Before we were all ushered into these unprecedented times, I had actually been thinking about the following saying for last few months,
“Be kind, for you never know what someone else is going through”
Or as the philosopher Socrates is credited with saying,
“Be kind, because everyone you meet is fighting a hard battle”
Forget about coronavirus, for a moment. Normal life can be tough enough. You never know what hard things people are dealing with out there. The same people you and I interact with on a daily basis may very well be going through unbelievable hardship and pain.
So life is already tough… But maybe coronavirus, and the global panic that has followed, has been a fresh reminder of the suffering of others. In fact, it seems to me that both the Center for Disease Control’s recommendations and the message from world governments could be boiled down to one thing: be kind. Show kindness during this hard time. Be considerate of others around you. Young people, you may recover from this new form of the flu, but be kind, and remember all the elderly and “at-risk” people around you that would not fare so well. All of us, remember the doctors and healthcare professionals, who will be overrun if we do not “flatten the curve” of spread and outbreak. Many also have been reminding us about the small business owners, especially in the restaurant and entertainment industries, asking us to support them during this hard economic time.
Why was I already thinking about this?
In January of this year, I had a flare up of a health condition I live with. There are several names for it, but basically the top of my stomach doesn’t work. No matter how healthy my diet is, the amount of medication I take, how hard I exercise, the top of my stomach just doesn’t want to close all the way. This can led to severe reflux in my esophagus, throat, and all the way up into my sinuses. In fact, extreme inflammation in my sinuses allowed my ENT physician to first diagnosis me with this disease. I also have pretty bad allergies, especially dust allergies. And unfortunately for me, dust is everywhere.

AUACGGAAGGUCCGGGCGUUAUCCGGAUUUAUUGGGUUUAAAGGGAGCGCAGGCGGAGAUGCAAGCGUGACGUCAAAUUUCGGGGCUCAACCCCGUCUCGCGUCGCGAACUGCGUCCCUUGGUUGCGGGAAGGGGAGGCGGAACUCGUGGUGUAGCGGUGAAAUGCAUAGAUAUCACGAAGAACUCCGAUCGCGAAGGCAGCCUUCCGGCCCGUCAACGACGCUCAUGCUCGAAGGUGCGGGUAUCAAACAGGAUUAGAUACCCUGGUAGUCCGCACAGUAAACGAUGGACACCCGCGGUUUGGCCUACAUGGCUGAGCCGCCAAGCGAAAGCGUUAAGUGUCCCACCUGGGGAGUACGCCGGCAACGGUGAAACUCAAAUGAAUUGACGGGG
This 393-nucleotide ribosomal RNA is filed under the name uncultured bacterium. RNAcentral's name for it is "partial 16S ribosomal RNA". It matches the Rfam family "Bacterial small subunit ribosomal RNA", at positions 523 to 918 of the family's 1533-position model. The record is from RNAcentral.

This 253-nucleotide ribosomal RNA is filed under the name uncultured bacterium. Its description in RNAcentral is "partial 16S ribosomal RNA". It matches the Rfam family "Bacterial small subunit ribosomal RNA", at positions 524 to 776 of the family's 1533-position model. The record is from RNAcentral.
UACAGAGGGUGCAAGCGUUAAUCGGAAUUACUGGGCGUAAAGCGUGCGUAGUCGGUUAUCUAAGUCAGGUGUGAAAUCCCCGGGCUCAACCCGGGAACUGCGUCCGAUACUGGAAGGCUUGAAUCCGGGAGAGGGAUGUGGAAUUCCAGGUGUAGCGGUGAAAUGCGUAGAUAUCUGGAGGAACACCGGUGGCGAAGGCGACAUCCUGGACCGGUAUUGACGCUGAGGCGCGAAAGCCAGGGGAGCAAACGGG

Although my health conditions don’t make me an “at-risk” person, here’s what I can do with my moderate amount pain and discomfort: I can use it to fuel empathy for other people’s pain. I can use my own challenges as a reminder of the challenges of others.
As I said before, I think the recent pandemic has basically forced us to think about others. And here is the question: how many people out there are like me? You would never know they have all this stuff going on. Maybe they are even an “at-risk” person. They may seem to have a great life… especially on social media, because everybody looks great and healthy and happy and successful on social media. But maybe they are actually facing things that I have no idea about.
How do I grow in kindness?
Now here is where you and I may differ. In my life, I’ve found that no matter how hard I try to be better, I fall short of being the person I want to be. I give it my best, but just to fall again into the same selfishness or impatience or whatever. I need help. I need something or someone outside of myself to show me how to love, and be kind, at a higher level. Now you may not agree with me here… and you know what? That is okay. Did you hear that? It’s okay to disagree with me. I respect you, and I respect people who have a different philosophy and/or spirituality than me. I pray that you would respect my faith and spirituality in return.
So, I am just speaking from my personal experience but what I found to be true is: I need to know the love of God before I can love others like I want to… but I could write a whole other post about my experience with the love of God.
Again, the main point of this post is simply: be kind. During these trying times, be kind. Even when the person is different than you, be kind. When they are similar to you, be kind. When they hold different political opinions than you, be kind. If they annoy you, be kind. If you’re in a bad mood that day (I know it’s hard), but be kind. You never know what someone else is facing or how hard their battle is.